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Debate finally set for South Carolina Democratic hopefuls

At least some of the five South Carolina Democrats seeking their party's gubernatorial nomination are expected to debate, just more than a week before the state's primary elections.

The South Carolina Democratic Party announced Friday that it had sanctioned the production of the debate, to be co-hosted by South Carolina Educational Television and The Post and Courier newspaper of Charleston, for June 10. That's a day before South Carolina's Democrats are expected to assemble in Columbia for this year's state party convention.

Whether or not any of the gubernatorial candidates would debate before the June 14 contest had long been up for debate itself.

A broadcast event had been scheduled for June 1, but former U.S. Rep. Joe Cunningham's refusal to commit to it prompted state Sen. Mia McLeod to issue a debate challenge via Twitter, so she and Cunningham could "give the people what they want."

Cunningham responded by saying that he welcomed "a fair debate" but balking at participation in the forum, which was to have been sponsored by the South Carolina Democratic Party's Black Caucus. Cunningham's concern was that the chair of that caucus is listed as someone paid by McLeod's campaign.

A review of McLeod's expenditures lists chairman Brandon Upson as having been paid $900 by the campaign, remuneration Upson has said was tied to the campaign's purchase of a list of about 100,000 names to be used for fundraising.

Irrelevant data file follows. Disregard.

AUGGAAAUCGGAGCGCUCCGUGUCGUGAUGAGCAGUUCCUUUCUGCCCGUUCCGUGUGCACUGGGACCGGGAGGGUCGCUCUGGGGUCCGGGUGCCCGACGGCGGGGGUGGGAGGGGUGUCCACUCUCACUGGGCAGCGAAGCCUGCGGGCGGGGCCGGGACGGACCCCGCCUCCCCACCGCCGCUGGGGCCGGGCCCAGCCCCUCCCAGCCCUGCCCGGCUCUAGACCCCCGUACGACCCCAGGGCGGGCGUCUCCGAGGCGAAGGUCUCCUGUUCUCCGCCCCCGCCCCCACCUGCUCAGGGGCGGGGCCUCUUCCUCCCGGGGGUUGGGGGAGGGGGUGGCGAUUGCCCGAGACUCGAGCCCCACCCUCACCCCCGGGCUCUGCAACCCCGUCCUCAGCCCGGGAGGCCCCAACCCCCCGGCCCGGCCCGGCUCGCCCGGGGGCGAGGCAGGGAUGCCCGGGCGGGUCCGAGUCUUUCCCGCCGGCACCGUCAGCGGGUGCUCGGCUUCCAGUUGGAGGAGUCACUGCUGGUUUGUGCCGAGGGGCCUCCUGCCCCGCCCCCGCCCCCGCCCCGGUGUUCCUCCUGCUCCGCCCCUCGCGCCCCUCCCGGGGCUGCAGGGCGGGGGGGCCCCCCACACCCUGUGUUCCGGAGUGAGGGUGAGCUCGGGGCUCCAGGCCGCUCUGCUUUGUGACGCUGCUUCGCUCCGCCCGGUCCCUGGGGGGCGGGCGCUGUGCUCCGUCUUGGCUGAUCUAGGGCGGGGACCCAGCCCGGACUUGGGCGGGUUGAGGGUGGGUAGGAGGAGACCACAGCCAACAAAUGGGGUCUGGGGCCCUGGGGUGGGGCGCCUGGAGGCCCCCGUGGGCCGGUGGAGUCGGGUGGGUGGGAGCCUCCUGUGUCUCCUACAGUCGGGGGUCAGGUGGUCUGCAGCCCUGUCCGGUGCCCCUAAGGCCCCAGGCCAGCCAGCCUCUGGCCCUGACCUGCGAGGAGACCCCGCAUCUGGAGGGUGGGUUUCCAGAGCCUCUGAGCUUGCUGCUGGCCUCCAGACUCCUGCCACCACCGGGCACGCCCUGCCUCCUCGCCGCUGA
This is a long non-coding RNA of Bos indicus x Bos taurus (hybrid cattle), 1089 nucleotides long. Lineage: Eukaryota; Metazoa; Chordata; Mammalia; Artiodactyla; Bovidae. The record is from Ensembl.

A Cunningham spokesman told The Associated Press the former congressman would "be there with bells on" when asked about the June 10 debate. An email to the McLeod campaign was not immediately answered.

During the last gubernatorial election, the three candidates seeking the Democratic nomination debated three times ahead of their primary.

The potential face-off comes with early voting in South Carolina already underway. Thanks to a measure passed by state lawmakers this year, South Carolina now has true early voting for the first time, with voters able to cast their ballots in person at locations across the state in the two weeks leading up to the primary election.

Both Cunningham and McLeod have been largely running their campaigns against Gov. Henry McMaster, the Republican incumbent expected to sail to his party's nomination in his pursuit of a third full term in office. Neither of the Republicans challenging McMaster have been able to attract significant fundraising.

Republicans have controlled South Carolina's Governor's Mansion for 20 years. If he wins reelection, McMaster — who served out the remaining two years of Nikki Haley's second term before winning his own election in 2018 — would become the longest-serving governor in the state's history.

Cunningham — who in 2018 became the first Democrat to flip a South Carolina congressional district from Republican hands, before losing his 2020 reelection bid — has led the Democratic pack in fundraising since launching his campaign in May 2021. As of the first quarter of this year, Cunningham had reported more than $1.7 million.

McLeod, the first Black woman to seek South Carolina's top office, entered the race a year ago. McLeod had raised about $492,000 in total, according to a pre-election filing from May 29.

There are three other Democrats seeking their party's nomination.

Neither Carlton Boyd nor Calvin McMillan has reported raising any money for their campaigns, although McMillan has made a personal contribution of $40 to his effort. William Williams has received nearly $6,000 in fundraising, according to state records.


Meg Kinnard can be reached at http://twitter.com/MegKinnardAP.